South Sudan: north’s new currency is ‘economic war’

JUBA, South Sudan – A Southern Sudanese official on Monday accused northern Sudan of declaring "economic war" by issuing a new currency just weeks after the south's independence, a move that could leave the struggling new government with coffers full of useless currency.

On Sunday, the Khartoum-based northern government debuted its new currency. South Sudan began using its own currency nearly a week ago, following its 9 July independence. Both the new and old currencies are called pounds.
Pagan Amum, secretary-general of the south's ruling Sudan People's Liberation Movement, said the Khartoum government violated an agreement to not introduce a new currency until six months after the south did.
He said the move would cost the southern government at least US$700 million – an added challenge as the undeveloped new country begins delivering basic needs such as education, health services, water and electricity to its more than eight million citizens.
South Sudan is rich in oil but is one of the world's poorest and least-developed countries. Its economy was devastated during a two-decade civil war with the north.
"The government of Sudan has literally declared and engaged in economic war against the newborn Republic of South Sudan," he said. "This is a hostile act. This is contrary and against all our aspirations and expectations that we were going to emerge as two independent countries…that are good neighbors cooperating in all fields."
He said many South Sudanese are still holding old Sudanese pounds, and that the northern government has declared those illegal tender.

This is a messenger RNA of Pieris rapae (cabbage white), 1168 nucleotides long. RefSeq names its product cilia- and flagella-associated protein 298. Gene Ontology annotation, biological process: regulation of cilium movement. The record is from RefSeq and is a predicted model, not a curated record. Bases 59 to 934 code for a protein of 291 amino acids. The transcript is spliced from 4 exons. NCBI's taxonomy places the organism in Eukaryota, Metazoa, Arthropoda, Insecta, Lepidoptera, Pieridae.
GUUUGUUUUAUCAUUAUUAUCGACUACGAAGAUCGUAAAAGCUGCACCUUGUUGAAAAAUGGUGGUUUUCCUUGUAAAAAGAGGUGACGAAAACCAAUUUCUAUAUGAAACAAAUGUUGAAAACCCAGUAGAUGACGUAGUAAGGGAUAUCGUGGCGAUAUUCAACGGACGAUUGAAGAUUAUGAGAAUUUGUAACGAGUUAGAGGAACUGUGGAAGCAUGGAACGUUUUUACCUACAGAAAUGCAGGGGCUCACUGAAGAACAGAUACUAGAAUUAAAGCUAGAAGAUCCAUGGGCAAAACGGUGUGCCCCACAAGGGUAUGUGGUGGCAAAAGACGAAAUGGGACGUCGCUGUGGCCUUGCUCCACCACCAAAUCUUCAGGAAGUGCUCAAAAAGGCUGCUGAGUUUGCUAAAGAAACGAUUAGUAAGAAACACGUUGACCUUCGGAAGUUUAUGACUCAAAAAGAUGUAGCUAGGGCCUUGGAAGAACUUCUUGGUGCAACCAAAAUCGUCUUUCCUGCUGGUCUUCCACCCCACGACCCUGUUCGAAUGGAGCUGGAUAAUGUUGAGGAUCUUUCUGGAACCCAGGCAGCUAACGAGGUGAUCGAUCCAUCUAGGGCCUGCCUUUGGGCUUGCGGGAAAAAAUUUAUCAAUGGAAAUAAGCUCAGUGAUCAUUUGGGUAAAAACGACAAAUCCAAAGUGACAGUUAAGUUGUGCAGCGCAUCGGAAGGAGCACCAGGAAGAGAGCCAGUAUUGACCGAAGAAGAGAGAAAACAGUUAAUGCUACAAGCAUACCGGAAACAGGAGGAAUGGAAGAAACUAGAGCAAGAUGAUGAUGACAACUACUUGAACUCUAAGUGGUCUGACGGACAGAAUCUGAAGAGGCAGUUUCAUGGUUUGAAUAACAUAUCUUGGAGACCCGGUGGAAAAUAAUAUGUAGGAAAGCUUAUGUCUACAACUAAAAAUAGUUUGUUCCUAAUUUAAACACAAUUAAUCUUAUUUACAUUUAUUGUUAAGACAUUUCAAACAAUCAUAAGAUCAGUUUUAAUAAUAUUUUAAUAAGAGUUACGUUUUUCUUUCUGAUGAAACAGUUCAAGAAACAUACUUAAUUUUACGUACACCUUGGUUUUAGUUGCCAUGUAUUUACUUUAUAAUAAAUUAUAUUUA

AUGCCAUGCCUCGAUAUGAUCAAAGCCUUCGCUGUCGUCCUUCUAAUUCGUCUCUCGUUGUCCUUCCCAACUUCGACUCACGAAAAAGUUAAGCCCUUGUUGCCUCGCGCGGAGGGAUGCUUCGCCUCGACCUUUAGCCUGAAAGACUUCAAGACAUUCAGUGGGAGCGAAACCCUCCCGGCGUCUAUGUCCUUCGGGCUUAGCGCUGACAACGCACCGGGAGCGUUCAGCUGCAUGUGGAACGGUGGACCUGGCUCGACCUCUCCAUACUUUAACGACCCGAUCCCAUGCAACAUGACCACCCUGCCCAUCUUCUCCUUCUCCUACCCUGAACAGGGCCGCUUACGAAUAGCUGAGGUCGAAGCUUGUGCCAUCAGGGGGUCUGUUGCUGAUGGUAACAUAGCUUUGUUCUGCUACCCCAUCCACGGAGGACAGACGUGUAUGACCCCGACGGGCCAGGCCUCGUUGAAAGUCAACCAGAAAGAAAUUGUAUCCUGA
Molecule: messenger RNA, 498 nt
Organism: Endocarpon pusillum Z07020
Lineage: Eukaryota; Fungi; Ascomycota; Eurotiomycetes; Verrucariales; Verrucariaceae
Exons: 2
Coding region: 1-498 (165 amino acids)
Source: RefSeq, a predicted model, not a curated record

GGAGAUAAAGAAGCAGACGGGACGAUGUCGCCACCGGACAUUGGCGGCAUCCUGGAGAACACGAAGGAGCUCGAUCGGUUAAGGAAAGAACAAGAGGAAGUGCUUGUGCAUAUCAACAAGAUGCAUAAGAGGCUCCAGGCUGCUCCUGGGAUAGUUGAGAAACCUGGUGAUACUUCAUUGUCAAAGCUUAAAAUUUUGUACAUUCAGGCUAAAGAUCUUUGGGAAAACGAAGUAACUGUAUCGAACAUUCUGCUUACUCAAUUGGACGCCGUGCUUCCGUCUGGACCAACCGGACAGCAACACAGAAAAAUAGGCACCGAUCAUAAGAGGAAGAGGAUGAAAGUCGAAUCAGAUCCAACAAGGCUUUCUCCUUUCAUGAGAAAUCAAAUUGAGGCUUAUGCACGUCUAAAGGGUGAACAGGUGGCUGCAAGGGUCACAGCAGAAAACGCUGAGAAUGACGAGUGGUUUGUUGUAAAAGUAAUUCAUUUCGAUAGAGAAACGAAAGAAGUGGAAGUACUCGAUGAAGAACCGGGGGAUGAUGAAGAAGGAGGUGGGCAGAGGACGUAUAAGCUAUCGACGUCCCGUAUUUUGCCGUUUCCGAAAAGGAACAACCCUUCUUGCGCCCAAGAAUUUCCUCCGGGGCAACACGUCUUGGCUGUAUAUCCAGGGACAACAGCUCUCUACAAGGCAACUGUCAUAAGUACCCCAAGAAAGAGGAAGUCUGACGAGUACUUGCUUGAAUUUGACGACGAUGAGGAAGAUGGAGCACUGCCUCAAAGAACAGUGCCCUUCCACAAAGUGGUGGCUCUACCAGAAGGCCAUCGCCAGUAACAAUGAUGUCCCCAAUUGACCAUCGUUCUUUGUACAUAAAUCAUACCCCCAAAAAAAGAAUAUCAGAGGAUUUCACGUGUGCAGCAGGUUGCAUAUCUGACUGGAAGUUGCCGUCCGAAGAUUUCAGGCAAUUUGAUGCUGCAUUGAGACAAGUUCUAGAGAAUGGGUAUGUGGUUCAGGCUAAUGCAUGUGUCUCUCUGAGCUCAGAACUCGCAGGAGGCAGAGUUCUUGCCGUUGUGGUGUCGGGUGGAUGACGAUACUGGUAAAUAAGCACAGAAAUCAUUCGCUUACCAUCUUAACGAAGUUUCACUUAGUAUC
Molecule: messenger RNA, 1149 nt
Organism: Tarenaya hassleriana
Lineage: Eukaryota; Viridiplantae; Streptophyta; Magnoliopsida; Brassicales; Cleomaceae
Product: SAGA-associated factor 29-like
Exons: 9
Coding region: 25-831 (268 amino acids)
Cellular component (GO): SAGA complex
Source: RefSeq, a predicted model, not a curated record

"The implications of the introduction of a new currency is that the (old) Sudanese pounds are being made into an illegal tender with the Bank of Sudan not assuming responsibility for this currency which they have issued," he said.
Rabie A. Atti, a spokesman of Sudan's ruling National Congress Party, denied the north had declared "economic war" on the south. He said adoption of the new northern currency will be gradual and so the people of South Sudan have a chance to change the old currency.
"Our banks now are dealing with the same, the new currency and old currency," Atti said. "I don't think this is a big problem…I think it can be resolved technically without trouble for the north or the south."
He said the north has shown it is committed to peace by first signing a peace agreement in 2005 that ended two decades of war between the north and south.
He said Sudan also recognized the referendum in January this year – in which the south chose to secede – and declared that it was ready to cooperate and collaborate with South Sudan when it became independent this month.
"A weak country in the south will definitely also negatively reflect on the north," Atti said in a telephone interview.
The black African tribes of South Sudan and the mainly Arab north battled two civil wars over more than five decades, and some two million died in the latest war, from 1983-2005.
But the two countries still have not resolved several major issues. Weeks before the south's independence day, talks broke down over the disputed north-south border, management of the oil sector, and other critical issues that will shape future relations between the two nations.

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